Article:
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Linear boundaries are substantial earthwork features comprising single or multiple ditches and banks which may extend over distances varying from less than 1km to over 10km. They survive as earthworks or as linear features visible as cropmarks on aerial photographs or as a combination of both. The evidence of excavation and study of associated monuments demonstrate that their construction spans the millennium from the Middle Bronze Age, although they may have been reused later. The scale of many linear boundaries has been taken to indicate that they were constructed by large social groups and were used to mark important boundaries in the landscape; their impressive scale displaying the corporate prestige of their builders. They would have been powerful symbols, often with religious associations, used to define and order the territorial holdings of those groups who constructed them. Linear earthworks are of considerable importance for the analysis of settlement and land use in the Bronze Age. The part of the linear boundary known as the Wansdyke 420m south west of Barrowmead Cottage survives well and will contain archaeological and environmental evidence relating to its construction, longevity, adaptive re-use, military and territorial significance and overall landscape context.
The monument includes a section of the linear boundary (prehistoric) known as the Wansdyke, situated on a prominent ridge overlooking the valley of the Newton Brook. This section of the dyke survives as visible earthworks with the bank standing up to 2m high and at least one ditch up to 1m deep. Geophysical surveys of much of the Wansdyke have shown ditches survive on both sides of the bank; where they are not visible they are preserved as entirely buried features. The linear boundary is known to be prehistoric in origin and was modified during the early medieval period when it was used as a military frontier and boundary work between Wessex and Mercia which was in place by the 9th century. Its name is derived from 'Woden's Dyke', Woden being the Anglo-Saxon god who also gave his name to Wednesday. Other sections of the Wansdyke are the subject of separate schedulings.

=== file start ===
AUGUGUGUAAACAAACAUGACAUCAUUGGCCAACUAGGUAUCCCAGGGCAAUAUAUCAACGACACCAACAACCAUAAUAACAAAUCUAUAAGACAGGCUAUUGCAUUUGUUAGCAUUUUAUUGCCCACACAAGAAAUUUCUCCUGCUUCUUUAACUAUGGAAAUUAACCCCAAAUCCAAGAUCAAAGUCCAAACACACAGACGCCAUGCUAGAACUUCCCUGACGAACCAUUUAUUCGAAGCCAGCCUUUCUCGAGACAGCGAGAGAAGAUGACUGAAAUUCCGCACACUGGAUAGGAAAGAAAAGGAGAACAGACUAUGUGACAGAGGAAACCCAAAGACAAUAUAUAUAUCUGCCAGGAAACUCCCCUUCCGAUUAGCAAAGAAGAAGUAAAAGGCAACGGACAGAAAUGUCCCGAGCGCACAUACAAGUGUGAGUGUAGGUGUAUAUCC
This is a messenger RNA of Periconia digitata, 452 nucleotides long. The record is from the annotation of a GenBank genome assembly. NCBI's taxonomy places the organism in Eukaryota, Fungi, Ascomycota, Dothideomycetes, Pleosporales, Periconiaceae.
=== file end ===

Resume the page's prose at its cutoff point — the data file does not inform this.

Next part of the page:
Sources: PastScape 1066087
The contents of this record have been generated from a legacy data system.
This monument is scheduled under the Ancient Monuments and Archaeological Areas Act 1979 as amended as it appears to the Secretary of State to be of national importance. This entry is a copy, the original is held by the Department for Digital, Culture, Media and Sport.
This map is for quick reference purposes only and may not be to scale. This copy shows the entry on 28-May-2022 at 03:00:54.
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